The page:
‘Enemies’ remains true to spirit of book

By Vittorio Carli

“Enemies, A Love Story” is a fine adaptation of a novel by the gifted Isaac Bashevis Singer. The movie manages to visualize the 1940’s Jewish community of the novel, but it fails to capture the book’s metaphysical implications. Despite this fact, the movie still remains true to the spirit of the book and it makes for highly provocative viewing.

The film was directed by Paul Mazursky, who has already made a name for himself with such films as “Down and Out in Beverly Hills “and “Moscow on the Hudson”. “Enemies” is his most daring and challenging effort.

Ron Silver plays Herman Broder, a Polish immigrant who has been permanently scarred by his wartime experiences. He occasionally has flashbacks of his Holocaust memories, and he has lost all his faith in humanity and religion. His tragic flaw is that he can not forget the past, and he is his own worst enemy.

Broder gets himself into an complex predicament. He is already married to Yagda (a maid who saved his life in the war) when he marries his mistress, Masha. Later on, his first wife (who he believed was dead) shows up alive. Herman seems to care for all three women, but he is either unwilling or unable to make an exclusive commitment to any one of them.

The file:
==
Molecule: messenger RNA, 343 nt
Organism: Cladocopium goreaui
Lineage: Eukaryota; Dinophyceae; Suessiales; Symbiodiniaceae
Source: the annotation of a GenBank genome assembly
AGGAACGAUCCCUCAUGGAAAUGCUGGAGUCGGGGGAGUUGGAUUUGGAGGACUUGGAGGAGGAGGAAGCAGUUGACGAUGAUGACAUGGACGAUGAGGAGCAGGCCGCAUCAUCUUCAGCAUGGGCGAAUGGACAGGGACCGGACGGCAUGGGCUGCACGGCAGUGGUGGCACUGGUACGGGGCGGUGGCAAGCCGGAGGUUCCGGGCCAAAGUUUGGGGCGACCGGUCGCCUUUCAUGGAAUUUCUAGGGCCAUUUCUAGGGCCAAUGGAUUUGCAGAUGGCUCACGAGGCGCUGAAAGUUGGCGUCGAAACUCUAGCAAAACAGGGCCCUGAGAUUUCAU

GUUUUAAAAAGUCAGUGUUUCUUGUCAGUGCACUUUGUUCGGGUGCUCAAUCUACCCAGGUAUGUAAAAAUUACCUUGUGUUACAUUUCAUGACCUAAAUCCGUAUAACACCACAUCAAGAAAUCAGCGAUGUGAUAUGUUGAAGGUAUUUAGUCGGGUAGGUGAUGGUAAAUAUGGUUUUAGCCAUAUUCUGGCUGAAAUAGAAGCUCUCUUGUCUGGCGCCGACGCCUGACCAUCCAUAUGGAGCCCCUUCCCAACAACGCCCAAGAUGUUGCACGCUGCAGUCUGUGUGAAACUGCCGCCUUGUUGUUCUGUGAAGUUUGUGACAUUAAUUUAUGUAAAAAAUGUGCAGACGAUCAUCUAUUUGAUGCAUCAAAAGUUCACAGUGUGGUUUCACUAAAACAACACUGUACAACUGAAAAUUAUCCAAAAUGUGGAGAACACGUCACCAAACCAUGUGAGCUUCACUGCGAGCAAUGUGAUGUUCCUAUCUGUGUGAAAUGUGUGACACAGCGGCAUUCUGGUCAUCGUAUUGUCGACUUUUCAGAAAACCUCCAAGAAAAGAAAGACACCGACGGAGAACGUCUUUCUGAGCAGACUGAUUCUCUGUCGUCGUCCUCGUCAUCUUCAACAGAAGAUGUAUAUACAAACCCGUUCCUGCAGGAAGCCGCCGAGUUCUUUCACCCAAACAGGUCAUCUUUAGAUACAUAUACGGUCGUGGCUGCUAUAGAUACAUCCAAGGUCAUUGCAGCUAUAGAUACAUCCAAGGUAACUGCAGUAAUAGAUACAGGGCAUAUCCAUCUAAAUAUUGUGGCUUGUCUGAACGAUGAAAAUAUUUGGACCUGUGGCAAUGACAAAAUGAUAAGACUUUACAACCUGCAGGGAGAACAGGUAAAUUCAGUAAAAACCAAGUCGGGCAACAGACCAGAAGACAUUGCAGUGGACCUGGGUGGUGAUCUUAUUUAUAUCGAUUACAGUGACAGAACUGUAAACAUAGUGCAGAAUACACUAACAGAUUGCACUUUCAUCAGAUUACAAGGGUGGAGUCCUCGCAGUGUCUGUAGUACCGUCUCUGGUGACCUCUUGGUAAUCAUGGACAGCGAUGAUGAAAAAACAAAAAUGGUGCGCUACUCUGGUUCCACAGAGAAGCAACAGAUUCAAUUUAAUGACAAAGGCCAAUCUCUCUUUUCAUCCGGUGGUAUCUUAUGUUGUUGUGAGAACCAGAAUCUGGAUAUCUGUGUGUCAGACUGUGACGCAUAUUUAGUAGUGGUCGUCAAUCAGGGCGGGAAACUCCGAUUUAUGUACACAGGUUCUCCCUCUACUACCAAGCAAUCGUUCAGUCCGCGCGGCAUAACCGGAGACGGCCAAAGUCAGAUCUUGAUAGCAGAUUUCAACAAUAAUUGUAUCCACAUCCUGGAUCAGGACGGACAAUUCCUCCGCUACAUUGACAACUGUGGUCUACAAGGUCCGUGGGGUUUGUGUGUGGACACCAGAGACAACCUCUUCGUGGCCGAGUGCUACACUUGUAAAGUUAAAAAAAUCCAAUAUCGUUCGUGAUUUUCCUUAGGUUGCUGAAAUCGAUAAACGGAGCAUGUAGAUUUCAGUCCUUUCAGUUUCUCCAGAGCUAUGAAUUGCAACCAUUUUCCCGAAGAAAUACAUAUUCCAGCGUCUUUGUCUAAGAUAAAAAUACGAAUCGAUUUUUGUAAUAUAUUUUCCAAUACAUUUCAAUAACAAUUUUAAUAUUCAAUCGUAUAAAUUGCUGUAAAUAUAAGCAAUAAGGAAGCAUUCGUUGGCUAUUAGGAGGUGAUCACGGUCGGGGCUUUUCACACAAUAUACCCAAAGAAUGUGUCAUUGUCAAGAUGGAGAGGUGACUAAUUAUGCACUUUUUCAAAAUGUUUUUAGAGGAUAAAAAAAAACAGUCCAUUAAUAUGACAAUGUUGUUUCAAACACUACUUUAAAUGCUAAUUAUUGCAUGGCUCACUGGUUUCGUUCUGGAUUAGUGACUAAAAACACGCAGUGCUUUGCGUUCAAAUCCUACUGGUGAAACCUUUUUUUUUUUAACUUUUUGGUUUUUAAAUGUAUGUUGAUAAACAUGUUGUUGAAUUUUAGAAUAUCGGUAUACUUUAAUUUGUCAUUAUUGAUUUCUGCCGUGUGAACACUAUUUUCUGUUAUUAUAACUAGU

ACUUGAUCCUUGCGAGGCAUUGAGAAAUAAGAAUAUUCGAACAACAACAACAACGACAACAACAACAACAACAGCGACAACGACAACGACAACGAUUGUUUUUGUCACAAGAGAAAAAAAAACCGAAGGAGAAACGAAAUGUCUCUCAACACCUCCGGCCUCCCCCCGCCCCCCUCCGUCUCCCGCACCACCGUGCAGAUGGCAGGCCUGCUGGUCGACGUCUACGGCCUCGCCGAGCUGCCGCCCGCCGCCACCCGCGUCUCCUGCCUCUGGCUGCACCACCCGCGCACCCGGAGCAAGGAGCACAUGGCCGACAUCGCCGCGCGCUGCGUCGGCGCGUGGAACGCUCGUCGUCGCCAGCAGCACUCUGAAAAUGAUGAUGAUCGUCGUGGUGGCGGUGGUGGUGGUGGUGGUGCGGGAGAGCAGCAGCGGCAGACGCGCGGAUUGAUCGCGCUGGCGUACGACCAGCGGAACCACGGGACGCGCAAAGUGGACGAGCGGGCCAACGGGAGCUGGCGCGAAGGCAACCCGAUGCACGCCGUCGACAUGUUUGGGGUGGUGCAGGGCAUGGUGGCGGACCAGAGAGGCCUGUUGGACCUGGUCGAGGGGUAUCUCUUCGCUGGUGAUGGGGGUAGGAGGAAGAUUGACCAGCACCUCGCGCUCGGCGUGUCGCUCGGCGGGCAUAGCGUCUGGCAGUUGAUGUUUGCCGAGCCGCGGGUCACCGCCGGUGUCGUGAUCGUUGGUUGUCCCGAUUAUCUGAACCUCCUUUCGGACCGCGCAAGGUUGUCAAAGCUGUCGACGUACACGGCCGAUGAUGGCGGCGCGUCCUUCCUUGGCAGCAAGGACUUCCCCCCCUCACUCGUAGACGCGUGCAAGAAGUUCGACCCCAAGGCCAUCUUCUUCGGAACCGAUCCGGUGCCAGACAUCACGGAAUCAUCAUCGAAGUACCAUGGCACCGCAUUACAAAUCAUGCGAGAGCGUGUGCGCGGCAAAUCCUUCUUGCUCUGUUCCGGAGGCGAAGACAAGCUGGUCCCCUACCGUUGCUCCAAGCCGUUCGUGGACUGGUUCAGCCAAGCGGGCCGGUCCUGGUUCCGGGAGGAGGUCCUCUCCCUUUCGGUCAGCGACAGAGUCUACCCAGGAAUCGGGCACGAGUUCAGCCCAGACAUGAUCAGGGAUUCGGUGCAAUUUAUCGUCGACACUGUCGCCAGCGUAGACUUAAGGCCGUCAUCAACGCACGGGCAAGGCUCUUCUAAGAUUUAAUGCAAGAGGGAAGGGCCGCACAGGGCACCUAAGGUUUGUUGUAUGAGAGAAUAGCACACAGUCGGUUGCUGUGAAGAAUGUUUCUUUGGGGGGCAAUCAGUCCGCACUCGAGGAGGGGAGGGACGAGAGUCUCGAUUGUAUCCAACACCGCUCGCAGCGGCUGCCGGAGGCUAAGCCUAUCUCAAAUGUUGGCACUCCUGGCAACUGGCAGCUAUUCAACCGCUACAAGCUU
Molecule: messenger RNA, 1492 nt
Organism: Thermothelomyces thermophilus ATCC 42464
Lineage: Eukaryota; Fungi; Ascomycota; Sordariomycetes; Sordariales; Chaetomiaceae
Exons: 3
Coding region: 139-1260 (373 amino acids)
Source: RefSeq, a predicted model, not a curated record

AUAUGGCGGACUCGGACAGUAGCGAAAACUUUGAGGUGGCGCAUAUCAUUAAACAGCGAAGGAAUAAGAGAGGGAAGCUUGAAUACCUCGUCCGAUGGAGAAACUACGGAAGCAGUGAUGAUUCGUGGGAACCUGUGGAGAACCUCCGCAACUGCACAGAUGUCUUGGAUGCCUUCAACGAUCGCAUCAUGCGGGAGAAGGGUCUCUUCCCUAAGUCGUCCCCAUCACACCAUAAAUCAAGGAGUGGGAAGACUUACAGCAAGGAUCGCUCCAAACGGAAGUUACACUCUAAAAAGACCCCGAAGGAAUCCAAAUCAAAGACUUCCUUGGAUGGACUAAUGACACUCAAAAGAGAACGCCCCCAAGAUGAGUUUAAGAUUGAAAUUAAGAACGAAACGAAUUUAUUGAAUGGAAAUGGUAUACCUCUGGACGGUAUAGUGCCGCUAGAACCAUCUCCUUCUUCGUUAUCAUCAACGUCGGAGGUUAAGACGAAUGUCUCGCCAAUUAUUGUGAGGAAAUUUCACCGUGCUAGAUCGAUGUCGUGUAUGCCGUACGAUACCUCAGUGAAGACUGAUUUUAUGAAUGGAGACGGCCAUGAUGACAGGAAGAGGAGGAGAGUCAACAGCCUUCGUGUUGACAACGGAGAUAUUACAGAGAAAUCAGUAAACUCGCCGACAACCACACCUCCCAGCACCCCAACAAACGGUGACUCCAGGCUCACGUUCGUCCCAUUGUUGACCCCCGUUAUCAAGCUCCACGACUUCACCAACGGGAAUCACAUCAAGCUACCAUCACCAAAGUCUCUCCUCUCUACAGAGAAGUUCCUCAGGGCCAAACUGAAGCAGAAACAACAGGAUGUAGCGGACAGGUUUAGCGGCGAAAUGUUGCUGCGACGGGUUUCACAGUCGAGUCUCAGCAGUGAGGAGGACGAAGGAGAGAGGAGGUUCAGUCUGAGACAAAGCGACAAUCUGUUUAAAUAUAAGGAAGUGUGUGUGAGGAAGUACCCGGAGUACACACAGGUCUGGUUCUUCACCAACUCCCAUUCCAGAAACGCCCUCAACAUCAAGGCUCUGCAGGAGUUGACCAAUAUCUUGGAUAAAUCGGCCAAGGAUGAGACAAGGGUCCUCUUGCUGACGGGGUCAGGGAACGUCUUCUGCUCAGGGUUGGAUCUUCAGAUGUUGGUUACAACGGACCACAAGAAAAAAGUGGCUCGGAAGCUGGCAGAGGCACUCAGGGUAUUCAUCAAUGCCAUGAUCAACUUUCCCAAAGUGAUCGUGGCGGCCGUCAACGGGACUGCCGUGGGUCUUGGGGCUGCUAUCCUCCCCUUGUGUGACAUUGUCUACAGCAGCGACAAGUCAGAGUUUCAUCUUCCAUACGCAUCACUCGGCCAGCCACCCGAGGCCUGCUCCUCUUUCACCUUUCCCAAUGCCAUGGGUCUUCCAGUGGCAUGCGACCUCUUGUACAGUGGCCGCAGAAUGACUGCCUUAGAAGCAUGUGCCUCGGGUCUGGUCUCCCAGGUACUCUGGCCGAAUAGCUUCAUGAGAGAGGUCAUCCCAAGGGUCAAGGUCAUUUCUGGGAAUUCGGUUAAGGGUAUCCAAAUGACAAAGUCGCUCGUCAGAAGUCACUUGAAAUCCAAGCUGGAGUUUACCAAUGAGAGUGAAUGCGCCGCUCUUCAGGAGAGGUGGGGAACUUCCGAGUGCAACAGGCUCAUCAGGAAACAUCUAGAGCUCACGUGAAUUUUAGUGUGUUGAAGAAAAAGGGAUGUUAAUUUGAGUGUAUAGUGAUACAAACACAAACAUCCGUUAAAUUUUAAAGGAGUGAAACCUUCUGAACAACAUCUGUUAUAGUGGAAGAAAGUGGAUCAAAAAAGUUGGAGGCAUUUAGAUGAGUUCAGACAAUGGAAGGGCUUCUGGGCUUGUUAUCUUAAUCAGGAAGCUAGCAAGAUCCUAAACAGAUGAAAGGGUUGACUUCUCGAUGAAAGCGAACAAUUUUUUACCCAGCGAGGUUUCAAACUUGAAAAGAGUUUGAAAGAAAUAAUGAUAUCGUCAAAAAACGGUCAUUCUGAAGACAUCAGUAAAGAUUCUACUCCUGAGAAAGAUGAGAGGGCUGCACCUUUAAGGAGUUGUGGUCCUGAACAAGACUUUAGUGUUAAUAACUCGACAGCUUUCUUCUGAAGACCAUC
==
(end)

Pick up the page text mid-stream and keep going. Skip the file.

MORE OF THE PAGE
The performances of the three actress who play his wives are the best part of this film. Anjelica Huston (“The Dead” and “Prizzi’s Honor”) plays Tamara, Herman’s first wife and her character is tough and highly intelligent. A newcomer named Margaret Sophie Stein plays Yagda, the devoted and simpleminded former maid. Lena Olin (“The Unbearable Lightness of Being”) plays the passionate and suicidal Masha.

In certain respects, Tamara is a Christ-like figure. She suffered persecution (at the hands of the Nazis), and she seemingly returns from the dead (In one scene, she even says, “I’ve been resurrected.”) She attempts to serve as Herman’s savior by trying to help him put his life in order.

In another scene, she asks Herman to touch her bullet wound from the war. This scene echoes the biblical passage in which Jesus asks Thomas to feel his wounded side.

The film shows many shots of a ferris wheel. The ferris wheel obviously functions as a symbol in the film. It represents life with all its ups and downs. The roller coaster symbol served a similar purpose in “Parenthood”.

“Enemies, A Love Story” is not a film for everyone. It uses fictional characters to examine the repercussions of a terrible historical event, and is sometimes almost painful to watch. The film should satisfy viewers that are looking for a compelling drama.